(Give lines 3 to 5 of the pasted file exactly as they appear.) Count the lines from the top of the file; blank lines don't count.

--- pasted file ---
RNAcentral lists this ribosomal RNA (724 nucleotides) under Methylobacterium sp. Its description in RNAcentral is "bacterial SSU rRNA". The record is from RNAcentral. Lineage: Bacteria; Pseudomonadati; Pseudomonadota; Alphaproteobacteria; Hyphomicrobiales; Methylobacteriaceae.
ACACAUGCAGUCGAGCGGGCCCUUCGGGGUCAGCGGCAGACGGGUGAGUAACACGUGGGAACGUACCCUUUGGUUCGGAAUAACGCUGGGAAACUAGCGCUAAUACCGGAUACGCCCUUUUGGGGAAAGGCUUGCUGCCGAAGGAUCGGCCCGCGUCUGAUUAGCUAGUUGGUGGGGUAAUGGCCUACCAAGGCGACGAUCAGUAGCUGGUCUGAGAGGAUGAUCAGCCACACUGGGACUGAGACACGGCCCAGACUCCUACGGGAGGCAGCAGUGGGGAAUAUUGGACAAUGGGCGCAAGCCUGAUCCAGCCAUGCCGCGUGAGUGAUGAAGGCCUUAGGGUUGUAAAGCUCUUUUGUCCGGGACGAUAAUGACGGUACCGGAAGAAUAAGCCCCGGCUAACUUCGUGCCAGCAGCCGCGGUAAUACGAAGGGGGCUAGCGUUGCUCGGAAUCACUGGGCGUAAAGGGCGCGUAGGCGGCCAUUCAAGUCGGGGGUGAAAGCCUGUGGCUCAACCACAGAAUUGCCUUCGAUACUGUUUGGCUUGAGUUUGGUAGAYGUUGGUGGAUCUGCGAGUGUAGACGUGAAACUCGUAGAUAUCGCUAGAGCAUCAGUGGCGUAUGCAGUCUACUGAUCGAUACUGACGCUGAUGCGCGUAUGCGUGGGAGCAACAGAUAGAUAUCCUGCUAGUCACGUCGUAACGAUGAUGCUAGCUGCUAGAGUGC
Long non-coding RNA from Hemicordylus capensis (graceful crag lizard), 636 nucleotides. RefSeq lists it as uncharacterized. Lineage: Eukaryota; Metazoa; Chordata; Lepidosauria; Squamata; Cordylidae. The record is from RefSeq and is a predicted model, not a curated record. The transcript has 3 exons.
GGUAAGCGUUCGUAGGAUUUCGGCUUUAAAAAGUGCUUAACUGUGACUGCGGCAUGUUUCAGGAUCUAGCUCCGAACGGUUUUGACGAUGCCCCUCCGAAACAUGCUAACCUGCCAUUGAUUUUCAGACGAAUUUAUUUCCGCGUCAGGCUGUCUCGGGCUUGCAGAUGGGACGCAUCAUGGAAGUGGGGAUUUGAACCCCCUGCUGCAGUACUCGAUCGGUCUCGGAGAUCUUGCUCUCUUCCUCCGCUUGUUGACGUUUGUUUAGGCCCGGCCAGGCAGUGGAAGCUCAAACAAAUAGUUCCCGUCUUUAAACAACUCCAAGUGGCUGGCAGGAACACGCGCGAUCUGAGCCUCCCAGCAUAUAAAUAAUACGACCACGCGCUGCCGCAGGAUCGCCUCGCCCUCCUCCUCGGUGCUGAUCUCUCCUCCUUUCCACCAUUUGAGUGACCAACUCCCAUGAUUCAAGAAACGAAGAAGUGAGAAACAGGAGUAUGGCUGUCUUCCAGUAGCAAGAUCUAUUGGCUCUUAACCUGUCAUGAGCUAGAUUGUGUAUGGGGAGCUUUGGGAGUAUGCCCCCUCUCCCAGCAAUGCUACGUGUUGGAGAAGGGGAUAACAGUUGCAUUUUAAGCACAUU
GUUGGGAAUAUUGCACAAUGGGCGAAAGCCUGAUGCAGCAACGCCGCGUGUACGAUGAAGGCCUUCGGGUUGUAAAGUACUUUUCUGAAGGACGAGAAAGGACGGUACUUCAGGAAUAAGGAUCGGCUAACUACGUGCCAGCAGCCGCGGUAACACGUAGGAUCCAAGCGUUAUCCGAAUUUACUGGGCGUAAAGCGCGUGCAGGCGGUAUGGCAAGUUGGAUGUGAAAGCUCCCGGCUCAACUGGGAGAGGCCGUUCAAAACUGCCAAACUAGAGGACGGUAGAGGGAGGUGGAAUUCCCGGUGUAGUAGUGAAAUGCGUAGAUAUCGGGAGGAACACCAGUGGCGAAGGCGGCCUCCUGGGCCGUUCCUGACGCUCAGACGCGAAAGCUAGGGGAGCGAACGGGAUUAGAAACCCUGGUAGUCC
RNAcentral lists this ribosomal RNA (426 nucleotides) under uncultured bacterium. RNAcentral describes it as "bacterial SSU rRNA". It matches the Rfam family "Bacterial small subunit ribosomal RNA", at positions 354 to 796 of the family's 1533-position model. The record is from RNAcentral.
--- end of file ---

Long non-coding RNA from Hemicordylus capensis (graceful crag lizard), 636 nucleotides. RefSeq lists it as uncharacterized. Lineage: Eukaryota; Metazoa; Chordata; Lepidosauria; Squamata; Cordylidae. The record is from RefSeq and is a predicted model, not a curated record. The transcript has 3 exons.
GGUAAGCGUUCGUAGGAUUUCGGCUUUAAAAAGUGCUUAACUGUGACUGCGGCAUGUUUCAGGAUCUAGCUCCGAACGGUUUUGACGAUGCCCCUCCGAAACAUGCUAACCUGCCAUUGAUUUUCAGACGAAUUUAUUUCCGCGUCAGGCUGUCUCGGGCUUGCAGAUGGGACGCAUCAUGGAAGUGGGGAUUUGAACCCCCUGCUGCAGUACUCGAUCGGUCUCGGAGAUCUUGCUCUCUUCCUCCGCUUGUUGACGUUUGUUUAGGCCCGGCCAGGCAGUGGAAGCUCAAACAAAUAGUUCCCGUCUUUAAACAACUCCAAGUGGCUGGCAGGAACACGCGCGAUCUGAGCCUCCCAGCAUAUAAAUAAUACGACCACGCGCUGCCGCAGGAUCGCCUCGCCCUCCUCCUCGGUGCUGAUCUCUCCUCCUUUCCACCAUUUGAGUGACCAACUCCCAUGAUUCAAGAAACGAAGAAGUGAGAAACAGGAGUAUGGCUGUCUUCCAGUAGCAAGAUCUAUUGGCUCUUAACCUGUCAUGAGCUAGAUUGUGUAUGGGGAGCUUUGGGAGUAUGCCCCCUCUCCCAGCAAUGCUACGUGUUGGAGAAGGGGAUAACAGUUGCAUUUUAAGCACAUU
GUUGGGAAUAUUGCACAAUGGGCGAAAGCCUGAUGCAGCAACGCCGCGUGUACGAUGAAGGCCUUCGGGUUGUAAAGUACUUUUCUGAAGGACGAGAAAGGACGGUACUUCAGGAAUAAGGAUCGGCUAACUACGUGCCAGCAGCCGCGGUAACACGUAGGAUCCAAGCGUUAUCCGAAUUUACUGGGCGUAAAGCGCGUGCAGGCGGUAUGGCAAGUUGGAUGUGAAAGCUCCCGGCUCAACUGGGAGAGGCCGUUCAAAACUGCCAAACUAGAGGACGGUAGAGGGAGGUGGAAUUCCCGGUGUAGUAGUGAAAUGCGUAGAUAUCGGGAGGAACACCAGUGGCGAAGGCGGCCUCCUGGGCCGUUCCUGACGCUCAGACGCGAAAGCUAGGGGAGCGAACGGGAUUAGAAACCCUGGUAGUCC